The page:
Ironically, compared against the traditional ballistics of the .470 family, the .476 WR brought out a heavy-for-calibre bullet (520gr) nearly a century before the solution came into vogue. (The other cartridges in the 470 family sport a 480-500 gr bullet, obviously with double rifles regulated for said bullet.) The recent interest in a weightier projectile grew out of interesting hunting experiences in Zimbabwe, not least on pachyderms in the jesse thickets. Before its commercialization in Norma's PH range of heavy-for-calibre ammunition, Kevin Robinson was the pioneering protagonist of this solution (see Africa's Most Dangerous. Safari Press - Kevin's authoriative chapters on bullets and rifles for buffalo).

    Rhino Bullets and Stewart Bullets in S Africa produce such projectiles of fine quality - e.g. a 450gr for the .416 and 350gr for the .375H&H. It is good to see Woodleigh embracing the shift to heavy-for-calibre bullets, and above all in a bullet they state to be kind on older rifles with barrels of softer steel. In the case of the .476, all's there as a bonus in the production of the Woodleigh 520gr (the cartridge's original weight) in soft and solid!

    The subject of negative impacts on older doubles firing modern monometal bullets is covered in Graeme Wright's remarkable book 'Shooting the Double Rifle'. More recently, it is mentioned in the new 'Woodleigh Bullets Loading Manual' [ISBN 978 0 646 923382 6]. This coverage includes the new Hydro solids (actually a hybrid bullet judging by its terminal ballistics). This is exemplified in impressive penetration, as revealed in actual tests on pachyderms (using latter term for any large mammal with thick dermis).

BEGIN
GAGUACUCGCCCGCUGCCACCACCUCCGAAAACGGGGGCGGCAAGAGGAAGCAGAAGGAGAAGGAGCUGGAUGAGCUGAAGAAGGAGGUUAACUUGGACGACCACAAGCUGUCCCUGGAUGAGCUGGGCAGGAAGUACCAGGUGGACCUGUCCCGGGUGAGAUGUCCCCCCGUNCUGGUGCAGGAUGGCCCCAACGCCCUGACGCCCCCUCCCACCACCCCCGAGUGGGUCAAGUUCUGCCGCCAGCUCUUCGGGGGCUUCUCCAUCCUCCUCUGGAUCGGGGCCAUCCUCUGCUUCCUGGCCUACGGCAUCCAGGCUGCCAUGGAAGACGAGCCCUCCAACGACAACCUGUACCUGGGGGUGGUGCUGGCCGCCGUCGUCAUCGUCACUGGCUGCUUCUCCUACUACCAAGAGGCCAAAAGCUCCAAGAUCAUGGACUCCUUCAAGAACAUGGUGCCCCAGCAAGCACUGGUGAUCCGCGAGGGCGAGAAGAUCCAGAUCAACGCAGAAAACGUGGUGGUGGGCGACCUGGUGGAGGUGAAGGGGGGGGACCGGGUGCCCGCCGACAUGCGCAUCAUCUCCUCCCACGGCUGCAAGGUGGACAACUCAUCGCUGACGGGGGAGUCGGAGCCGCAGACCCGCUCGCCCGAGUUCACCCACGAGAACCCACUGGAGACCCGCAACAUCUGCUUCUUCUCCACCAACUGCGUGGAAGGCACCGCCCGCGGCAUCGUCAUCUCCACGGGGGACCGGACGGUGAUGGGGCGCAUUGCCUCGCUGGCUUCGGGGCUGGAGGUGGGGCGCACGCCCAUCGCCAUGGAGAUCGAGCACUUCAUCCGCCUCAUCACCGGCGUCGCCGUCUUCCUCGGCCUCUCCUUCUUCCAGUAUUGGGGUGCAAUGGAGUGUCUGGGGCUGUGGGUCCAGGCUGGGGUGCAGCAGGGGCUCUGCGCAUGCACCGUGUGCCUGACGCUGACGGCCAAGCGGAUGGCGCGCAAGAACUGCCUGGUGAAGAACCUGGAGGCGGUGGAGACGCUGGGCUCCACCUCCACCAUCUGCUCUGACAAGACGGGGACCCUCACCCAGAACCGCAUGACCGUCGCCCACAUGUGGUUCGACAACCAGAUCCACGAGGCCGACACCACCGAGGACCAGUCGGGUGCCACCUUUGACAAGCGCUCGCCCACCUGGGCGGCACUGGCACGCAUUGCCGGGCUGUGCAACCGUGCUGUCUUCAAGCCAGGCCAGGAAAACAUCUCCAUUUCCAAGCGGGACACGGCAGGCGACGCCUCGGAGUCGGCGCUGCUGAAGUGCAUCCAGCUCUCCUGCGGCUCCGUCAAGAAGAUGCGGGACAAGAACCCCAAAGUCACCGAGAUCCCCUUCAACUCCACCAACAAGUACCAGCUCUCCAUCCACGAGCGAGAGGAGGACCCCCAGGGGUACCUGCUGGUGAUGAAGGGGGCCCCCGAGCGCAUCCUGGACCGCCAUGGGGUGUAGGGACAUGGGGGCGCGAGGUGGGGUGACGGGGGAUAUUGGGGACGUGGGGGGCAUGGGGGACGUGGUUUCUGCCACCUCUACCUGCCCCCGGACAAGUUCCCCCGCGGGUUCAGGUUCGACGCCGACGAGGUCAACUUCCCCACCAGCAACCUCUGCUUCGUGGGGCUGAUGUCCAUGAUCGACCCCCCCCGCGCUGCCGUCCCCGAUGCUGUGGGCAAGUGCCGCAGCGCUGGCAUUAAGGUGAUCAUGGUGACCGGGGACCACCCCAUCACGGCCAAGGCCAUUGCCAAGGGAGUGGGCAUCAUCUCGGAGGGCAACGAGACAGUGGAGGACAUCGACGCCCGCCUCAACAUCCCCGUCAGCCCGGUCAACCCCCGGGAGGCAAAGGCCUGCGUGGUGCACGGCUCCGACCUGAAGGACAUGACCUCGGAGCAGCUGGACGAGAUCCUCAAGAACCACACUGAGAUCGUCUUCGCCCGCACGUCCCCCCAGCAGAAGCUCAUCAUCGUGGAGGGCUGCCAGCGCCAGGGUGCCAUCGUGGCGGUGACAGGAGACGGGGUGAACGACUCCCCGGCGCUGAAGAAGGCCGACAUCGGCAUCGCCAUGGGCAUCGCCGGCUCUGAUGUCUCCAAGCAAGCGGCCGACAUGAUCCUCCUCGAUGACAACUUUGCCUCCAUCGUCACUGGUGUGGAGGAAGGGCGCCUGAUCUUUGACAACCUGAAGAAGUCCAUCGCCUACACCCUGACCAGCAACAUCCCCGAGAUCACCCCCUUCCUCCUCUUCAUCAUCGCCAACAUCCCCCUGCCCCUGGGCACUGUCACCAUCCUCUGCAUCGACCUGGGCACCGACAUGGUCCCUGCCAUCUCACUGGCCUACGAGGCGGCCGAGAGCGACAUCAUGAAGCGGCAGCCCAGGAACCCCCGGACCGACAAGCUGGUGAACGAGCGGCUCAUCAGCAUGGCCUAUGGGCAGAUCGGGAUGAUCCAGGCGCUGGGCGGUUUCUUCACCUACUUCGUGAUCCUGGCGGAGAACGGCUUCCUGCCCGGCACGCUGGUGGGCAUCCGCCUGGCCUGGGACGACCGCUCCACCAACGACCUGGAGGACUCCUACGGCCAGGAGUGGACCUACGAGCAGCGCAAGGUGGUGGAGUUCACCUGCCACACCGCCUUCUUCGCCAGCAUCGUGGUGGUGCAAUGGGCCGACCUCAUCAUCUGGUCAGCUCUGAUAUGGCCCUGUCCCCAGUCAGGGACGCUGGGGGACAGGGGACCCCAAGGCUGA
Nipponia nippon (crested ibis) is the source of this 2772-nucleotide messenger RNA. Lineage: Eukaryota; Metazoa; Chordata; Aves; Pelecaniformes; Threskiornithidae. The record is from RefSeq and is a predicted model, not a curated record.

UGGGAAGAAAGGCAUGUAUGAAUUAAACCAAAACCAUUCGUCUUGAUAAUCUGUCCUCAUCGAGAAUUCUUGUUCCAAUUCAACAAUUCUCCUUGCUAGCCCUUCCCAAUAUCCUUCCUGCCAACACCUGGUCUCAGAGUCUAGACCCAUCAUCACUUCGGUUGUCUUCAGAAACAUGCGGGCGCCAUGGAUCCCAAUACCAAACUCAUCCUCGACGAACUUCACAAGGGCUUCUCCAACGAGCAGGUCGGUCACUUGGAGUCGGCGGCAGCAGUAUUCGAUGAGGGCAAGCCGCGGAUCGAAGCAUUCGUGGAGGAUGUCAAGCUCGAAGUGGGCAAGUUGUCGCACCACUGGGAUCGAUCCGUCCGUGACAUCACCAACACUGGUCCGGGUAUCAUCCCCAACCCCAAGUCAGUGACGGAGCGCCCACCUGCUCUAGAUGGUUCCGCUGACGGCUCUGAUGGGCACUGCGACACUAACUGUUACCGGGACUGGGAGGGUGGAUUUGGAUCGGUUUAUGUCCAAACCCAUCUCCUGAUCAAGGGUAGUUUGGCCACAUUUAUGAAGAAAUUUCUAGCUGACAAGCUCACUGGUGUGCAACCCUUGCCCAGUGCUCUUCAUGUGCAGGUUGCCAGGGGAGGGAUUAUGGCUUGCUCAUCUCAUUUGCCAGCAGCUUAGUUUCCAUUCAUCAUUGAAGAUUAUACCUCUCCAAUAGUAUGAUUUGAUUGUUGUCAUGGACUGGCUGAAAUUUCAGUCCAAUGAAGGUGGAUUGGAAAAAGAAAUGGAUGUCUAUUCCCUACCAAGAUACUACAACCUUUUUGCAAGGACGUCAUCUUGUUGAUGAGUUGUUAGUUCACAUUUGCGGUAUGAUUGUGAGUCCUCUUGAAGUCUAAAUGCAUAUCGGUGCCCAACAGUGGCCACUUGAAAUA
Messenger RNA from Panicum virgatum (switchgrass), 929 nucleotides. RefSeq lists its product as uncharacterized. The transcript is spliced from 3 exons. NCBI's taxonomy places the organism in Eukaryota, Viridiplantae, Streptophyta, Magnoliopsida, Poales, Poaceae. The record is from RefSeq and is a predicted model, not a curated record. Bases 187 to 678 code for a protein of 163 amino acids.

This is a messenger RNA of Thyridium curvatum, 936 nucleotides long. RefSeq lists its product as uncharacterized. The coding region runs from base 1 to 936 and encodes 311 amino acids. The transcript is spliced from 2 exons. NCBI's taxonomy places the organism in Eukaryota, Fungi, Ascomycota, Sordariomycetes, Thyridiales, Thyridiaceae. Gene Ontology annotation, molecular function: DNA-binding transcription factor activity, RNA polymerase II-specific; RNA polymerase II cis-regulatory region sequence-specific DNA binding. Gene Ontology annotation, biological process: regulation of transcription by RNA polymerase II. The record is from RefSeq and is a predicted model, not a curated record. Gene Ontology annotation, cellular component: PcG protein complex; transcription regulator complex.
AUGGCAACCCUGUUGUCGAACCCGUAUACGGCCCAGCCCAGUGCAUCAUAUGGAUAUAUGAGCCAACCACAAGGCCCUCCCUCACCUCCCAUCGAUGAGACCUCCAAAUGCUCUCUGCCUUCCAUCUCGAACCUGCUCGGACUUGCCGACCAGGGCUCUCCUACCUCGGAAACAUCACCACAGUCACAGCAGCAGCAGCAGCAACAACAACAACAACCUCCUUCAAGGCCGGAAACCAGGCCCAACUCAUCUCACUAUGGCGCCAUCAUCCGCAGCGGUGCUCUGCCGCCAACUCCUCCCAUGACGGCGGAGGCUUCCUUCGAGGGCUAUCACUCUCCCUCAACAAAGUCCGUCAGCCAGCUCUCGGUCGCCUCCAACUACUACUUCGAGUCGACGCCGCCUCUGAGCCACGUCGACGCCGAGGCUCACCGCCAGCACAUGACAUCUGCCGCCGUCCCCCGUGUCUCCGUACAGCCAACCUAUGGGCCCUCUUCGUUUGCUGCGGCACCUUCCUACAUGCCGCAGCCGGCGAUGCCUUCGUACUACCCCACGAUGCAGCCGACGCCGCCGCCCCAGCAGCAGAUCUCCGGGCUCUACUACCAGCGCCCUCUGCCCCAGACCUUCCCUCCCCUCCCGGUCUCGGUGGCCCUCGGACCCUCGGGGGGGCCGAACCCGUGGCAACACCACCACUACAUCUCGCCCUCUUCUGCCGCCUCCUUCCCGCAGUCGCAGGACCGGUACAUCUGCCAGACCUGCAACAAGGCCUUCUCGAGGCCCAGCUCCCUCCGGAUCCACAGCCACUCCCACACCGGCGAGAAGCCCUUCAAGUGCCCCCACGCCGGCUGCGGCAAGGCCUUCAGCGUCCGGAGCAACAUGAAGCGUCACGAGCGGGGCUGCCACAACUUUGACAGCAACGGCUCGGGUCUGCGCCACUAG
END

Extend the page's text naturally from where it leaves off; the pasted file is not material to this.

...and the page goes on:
This new book by Woodleigh is an excellent resource for any aficionado of classic rifles. It holds many more nuggets besides reloading data. The sections on bullet testing and performance, and the history of the company's quest for reliable hard-hitting bullets are required reading for anyone serious about big game hunting. The critical testing was lead by Dave Lindner in N Territory on asian buffalo. Quite simply, one has to read the book....which includes a chapter on origins and testing and commercial production of the Hydrostatically Stabilized Bullet by its designer, the metallurgist John Marozzi.

    The performance of this new Hydro bullet in a .476 WR - exploiting the virtues of the regulation 520 gr - can only be impressive. It can only bring new life to this classic cartridge, and can only underscore its solid reputation.

    • Simon Clode on December 11, 2015 at 6:06 am

      Thank you Woody for such a comprehensive comment, one which I am sure will interest many.